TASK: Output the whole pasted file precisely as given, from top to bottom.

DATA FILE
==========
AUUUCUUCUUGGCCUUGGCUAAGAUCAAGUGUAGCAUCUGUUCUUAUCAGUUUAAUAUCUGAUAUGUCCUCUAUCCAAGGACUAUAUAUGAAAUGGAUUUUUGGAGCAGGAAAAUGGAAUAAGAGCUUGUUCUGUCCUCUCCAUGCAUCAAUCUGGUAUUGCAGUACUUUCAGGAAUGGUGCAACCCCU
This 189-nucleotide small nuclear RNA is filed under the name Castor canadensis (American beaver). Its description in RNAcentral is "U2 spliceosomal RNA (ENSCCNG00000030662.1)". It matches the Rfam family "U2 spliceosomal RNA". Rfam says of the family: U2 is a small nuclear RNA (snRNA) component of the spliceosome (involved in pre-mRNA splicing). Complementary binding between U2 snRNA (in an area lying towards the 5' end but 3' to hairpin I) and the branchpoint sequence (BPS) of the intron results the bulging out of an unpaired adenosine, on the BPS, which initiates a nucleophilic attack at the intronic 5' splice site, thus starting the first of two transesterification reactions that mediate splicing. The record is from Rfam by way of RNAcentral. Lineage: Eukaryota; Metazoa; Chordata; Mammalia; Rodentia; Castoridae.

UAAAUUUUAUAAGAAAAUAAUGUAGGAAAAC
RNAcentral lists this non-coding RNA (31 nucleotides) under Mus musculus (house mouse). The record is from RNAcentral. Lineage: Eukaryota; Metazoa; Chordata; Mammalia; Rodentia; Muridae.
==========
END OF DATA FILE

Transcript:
AUUUCUUCUUGGCCUUGGCUAAGAUCAAGUGUAGCAUCUGUUCUUAUCAGUUUAAUAUCUGAUAUGUCCUCUAUCCAAGGACUAUAUAUGAAAUGGAUUUUUGGAGCAGGAAAAUGGAAUAAGAGCUUGUUCUGUCCUCUCCAUGCAUCAAUCUGGUAUUGCAGUACUUUCAGGAAUGGUGCAACCCCU
This 189-nucleotide small nuclear RNA is filed under the name Castor canadensis (American beaver). Its description in RNAcentral is "U2 spliceosomal RNA (ENSCCNG00000030662.1)". It matches the Rfam family "U2 spliceosomal RNA". Rfam says of the family: U2 is a small nuclear RNA (snRNA) component of the spliceosome (involved in pre-mRNA splicing). Complementary binding between U2 snRNA (in an area lying towards the 5' end but 3' to hairpin I) and the branchpoint sequence (BPS) of the intron results the bulging out of an unpaired adenosine, on the BPS, which initiates a nucleophilic attack at the intronic 5' splice site, thus starting the first of two transesterification reactions that mediate splicing. The record is from Rfam by way of RNAcentral. Lineage: Eukaryota; Metazoa; Chordata; Mammalia; Rodentia; Castoridae.

UAAAUUUUAUAAGAAAAUAAUGUAGGAAAAC
RNAcentral lists this non-coding RNA (31 nucleotides) under Mus musculus (house mouse). The record is from RNAcentral. Lineage: Eukaryota; Metazoa; Chordata; Mammalia; Rodentia; Muridae.